Monetary Policy Report - February 2021

Our quarterly Monetary Policy Report sets out the economic analysis and inflation projections that the Monetary Policy Committee uses to make its interest rate decisions.
Published on 04 February 2021

In a nutshell

Covid continues to hit spending, incomes and jobs in the UK. It has put a big strain on UK businesses’ cash flow, and is threatening the livelihoods of many people.

Our job is to ensure (the pace of price rises) returns to our 2% target sustainably. Low and stable inflation supports jobs and growth and helps people plan for the future.

In response to the Covid pandemic, we have taken prompt and substantial action to help households and businesses.

We are supporting the economy through low and quantitative easing. This keeps the cost of borrowing low to support households and businesses.

Spending in the economy remains well below normal levels and inflation is much lower than our target.

Vaccines should help the UK economy recover rapidly later this year.

And inflation should return to around our 2% target.

We have kept our interest rate at 0.1%, and the amount of quantitative easing at £895 billion.

We stand ready to take further actions if necessary to help the economy recover and ensure that inflation is at our 2% target.

Covid is hitting spending, incomes and jobs.

Since the start of the pandemic, many businesses have sold less of their goods and services. At times, some businesses have been unable to sell at all.

Many households have less money coming in, and some people have lost their jobs.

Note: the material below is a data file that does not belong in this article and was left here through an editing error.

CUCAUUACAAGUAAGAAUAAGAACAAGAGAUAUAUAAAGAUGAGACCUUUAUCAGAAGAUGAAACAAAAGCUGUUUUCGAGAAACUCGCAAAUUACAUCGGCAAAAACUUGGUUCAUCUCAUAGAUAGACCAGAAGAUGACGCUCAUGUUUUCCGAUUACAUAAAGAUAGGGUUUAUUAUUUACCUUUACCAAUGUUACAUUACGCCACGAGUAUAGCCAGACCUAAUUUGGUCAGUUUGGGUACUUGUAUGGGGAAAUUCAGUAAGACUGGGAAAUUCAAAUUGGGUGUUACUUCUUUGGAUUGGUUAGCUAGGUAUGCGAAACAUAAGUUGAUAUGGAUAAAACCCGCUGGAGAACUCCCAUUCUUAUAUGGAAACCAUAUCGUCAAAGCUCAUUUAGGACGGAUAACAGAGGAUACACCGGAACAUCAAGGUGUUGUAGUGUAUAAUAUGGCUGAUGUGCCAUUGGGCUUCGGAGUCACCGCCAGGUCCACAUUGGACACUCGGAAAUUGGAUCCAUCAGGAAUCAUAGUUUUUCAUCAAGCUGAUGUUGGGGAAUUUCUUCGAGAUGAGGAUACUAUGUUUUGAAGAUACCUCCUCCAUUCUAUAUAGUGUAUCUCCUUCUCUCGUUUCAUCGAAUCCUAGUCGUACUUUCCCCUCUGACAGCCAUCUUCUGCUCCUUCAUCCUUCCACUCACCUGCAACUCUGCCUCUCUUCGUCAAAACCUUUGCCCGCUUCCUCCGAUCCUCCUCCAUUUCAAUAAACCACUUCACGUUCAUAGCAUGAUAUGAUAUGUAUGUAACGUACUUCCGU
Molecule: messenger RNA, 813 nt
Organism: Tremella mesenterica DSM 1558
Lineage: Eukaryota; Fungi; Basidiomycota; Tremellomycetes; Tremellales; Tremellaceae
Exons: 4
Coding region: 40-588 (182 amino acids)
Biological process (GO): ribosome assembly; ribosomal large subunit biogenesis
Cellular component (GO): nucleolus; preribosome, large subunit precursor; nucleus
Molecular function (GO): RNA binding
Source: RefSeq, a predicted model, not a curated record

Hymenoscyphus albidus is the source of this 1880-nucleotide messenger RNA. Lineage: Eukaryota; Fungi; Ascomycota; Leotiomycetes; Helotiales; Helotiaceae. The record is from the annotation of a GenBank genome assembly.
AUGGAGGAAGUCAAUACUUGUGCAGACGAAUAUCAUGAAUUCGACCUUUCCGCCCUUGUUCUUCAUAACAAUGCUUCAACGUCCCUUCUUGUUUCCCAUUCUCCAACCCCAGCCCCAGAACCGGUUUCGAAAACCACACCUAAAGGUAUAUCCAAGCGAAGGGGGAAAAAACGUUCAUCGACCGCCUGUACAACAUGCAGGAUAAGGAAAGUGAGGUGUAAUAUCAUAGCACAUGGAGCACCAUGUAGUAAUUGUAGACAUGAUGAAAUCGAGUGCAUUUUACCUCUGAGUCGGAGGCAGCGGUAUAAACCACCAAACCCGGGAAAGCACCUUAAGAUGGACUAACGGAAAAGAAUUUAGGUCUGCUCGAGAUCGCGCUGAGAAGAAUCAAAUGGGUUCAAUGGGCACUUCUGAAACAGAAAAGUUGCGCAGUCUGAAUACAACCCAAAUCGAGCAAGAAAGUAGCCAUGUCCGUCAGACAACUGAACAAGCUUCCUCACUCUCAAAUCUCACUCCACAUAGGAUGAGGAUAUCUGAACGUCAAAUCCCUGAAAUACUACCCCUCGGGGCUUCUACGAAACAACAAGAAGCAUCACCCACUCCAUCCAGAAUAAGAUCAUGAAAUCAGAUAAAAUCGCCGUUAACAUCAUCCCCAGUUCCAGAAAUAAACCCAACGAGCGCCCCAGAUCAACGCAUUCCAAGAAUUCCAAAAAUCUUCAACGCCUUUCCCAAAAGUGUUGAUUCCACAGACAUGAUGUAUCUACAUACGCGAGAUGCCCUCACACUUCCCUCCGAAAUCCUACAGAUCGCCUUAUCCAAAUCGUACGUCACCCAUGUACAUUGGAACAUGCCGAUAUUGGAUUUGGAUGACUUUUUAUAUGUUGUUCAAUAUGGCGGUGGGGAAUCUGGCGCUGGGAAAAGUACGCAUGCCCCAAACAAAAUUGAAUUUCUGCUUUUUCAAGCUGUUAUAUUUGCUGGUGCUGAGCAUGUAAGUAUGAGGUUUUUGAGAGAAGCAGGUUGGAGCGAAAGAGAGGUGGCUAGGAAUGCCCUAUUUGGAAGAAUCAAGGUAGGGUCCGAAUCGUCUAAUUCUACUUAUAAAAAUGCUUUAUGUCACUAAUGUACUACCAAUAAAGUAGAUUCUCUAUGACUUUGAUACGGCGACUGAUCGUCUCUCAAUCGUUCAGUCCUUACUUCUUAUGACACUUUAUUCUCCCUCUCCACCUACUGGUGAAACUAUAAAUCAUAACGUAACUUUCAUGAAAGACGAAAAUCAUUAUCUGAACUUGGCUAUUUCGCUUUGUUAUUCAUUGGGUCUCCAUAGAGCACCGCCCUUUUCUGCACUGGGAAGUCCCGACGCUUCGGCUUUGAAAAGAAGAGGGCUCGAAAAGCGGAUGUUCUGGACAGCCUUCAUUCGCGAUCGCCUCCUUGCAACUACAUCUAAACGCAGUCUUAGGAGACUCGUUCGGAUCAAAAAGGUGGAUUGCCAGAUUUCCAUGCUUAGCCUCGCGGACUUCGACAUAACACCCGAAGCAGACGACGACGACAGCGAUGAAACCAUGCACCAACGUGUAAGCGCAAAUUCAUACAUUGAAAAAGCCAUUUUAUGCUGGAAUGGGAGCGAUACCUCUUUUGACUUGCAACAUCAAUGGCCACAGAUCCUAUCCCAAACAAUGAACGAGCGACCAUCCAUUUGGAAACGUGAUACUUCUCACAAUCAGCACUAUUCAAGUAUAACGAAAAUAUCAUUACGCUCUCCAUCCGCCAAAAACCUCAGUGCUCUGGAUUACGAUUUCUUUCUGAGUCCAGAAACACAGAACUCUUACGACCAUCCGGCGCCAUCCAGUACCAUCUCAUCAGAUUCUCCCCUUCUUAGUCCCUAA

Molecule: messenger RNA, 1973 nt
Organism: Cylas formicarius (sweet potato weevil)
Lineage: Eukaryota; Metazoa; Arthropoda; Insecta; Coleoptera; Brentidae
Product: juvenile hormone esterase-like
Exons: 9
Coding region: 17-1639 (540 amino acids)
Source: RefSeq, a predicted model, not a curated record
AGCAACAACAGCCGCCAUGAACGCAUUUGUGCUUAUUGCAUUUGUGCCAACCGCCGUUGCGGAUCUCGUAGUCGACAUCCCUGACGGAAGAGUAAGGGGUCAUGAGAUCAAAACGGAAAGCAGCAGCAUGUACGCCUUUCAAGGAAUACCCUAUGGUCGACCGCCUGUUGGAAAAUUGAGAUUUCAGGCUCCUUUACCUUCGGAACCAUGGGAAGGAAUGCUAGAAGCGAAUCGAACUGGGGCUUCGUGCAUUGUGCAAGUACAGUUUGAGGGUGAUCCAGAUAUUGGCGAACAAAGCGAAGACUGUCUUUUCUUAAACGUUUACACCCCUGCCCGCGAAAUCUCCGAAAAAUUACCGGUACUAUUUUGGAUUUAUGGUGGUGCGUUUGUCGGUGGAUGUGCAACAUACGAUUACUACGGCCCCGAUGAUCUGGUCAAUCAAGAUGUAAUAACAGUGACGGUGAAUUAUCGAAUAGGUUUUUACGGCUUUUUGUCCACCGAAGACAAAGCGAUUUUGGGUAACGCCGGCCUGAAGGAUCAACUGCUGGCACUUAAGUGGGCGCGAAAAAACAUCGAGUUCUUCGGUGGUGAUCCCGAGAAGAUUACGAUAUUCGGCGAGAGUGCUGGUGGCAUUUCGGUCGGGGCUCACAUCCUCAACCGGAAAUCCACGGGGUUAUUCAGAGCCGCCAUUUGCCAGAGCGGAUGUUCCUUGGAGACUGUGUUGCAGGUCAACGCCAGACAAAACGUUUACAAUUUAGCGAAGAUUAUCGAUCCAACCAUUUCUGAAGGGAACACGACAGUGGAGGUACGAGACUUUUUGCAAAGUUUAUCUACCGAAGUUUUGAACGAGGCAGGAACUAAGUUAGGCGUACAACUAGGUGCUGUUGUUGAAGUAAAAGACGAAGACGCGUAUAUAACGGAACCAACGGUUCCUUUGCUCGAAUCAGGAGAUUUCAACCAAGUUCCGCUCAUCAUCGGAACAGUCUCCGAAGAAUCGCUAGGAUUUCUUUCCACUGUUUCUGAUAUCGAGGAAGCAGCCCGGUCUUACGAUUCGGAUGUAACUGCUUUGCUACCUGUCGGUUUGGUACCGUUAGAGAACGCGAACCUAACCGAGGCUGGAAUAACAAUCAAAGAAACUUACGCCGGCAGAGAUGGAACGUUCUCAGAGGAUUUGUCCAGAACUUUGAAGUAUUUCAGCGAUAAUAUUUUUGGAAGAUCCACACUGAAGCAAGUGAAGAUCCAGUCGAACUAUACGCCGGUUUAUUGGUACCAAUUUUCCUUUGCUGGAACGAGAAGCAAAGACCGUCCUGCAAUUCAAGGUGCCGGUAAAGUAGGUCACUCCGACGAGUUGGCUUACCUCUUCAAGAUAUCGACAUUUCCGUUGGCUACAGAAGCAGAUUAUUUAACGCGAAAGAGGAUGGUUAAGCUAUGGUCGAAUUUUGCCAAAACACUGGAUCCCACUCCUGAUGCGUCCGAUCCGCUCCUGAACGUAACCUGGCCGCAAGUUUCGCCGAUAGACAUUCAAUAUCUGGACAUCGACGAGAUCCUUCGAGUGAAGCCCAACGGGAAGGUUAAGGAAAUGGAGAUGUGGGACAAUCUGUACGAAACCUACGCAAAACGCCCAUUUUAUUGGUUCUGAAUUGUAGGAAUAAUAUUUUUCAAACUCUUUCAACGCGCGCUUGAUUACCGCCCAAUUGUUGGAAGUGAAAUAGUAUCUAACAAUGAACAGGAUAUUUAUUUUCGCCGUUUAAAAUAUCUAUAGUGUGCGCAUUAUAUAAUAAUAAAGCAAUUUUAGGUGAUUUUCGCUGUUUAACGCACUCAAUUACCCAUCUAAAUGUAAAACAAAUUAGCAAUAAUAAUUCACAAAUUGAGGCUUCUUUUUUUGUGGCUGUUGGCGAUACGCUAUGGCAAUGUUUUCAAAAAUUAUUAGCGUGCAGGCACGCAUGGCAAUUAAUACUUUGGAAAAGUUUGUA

The most recent rise in Covid cases and the restrictions put in place to contain its spread will reduce spending. 

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Covid is hitting spending, incomes and jobs

Vaccines should help the UK economy recover rapidly later this year

Vaccines should help the UK economy recover rapidly later this year.

As more people are vaccinated, restrictions to control the spread of the virus may be lifted.

People may also become more confident about spending.

Vaccines should help the UK economy recover rapidly later this year

Inflation is below our target

On average, the prices of the things we typically buy increased by 0.6% over the twelve months to December.

That is below our 2% target.

The main factor that has pulled inflation down is the spread of Covid.

Oil and gas prices have fallen since the start of the pandemic, which has reduced and petrol prices.

Slower growth in the UK economy has also probably reduced inflation, because when people are not spending as much, firms tend to increase their prices by less. 

Inflation should return to around our 2% target later this year, as these effects fade. 

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Inflation is below our target

We are keeping interest rates low to support households and businesses

In response to the Covid pandemic, we have taken prompt and substantial action to help households and businesses.

We have cut interest rates to 0.1%. 

Lower interest rates mean cheaper loans for businesses and households. That reduces the costs they face, and encourages companies to employ people and invest.

To encourage banks and building societies to lower their interest rates we are offering them long-term funding at very low rates.

We are also supporting the UK economy through quantitative easing. This mainly involves us buying large quantities of government bonds. When we do this, the interest rates on those bonds go down. This helps to keep the interest rates on mortgages and business loans low.

The actions we have taken should increase spending, and help push inflation back to our 2% target. 

Whatever the future brings, we will do all we can to support UK households and businesses through this difficult time.

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We are keeping interest rates low to support households and businesses

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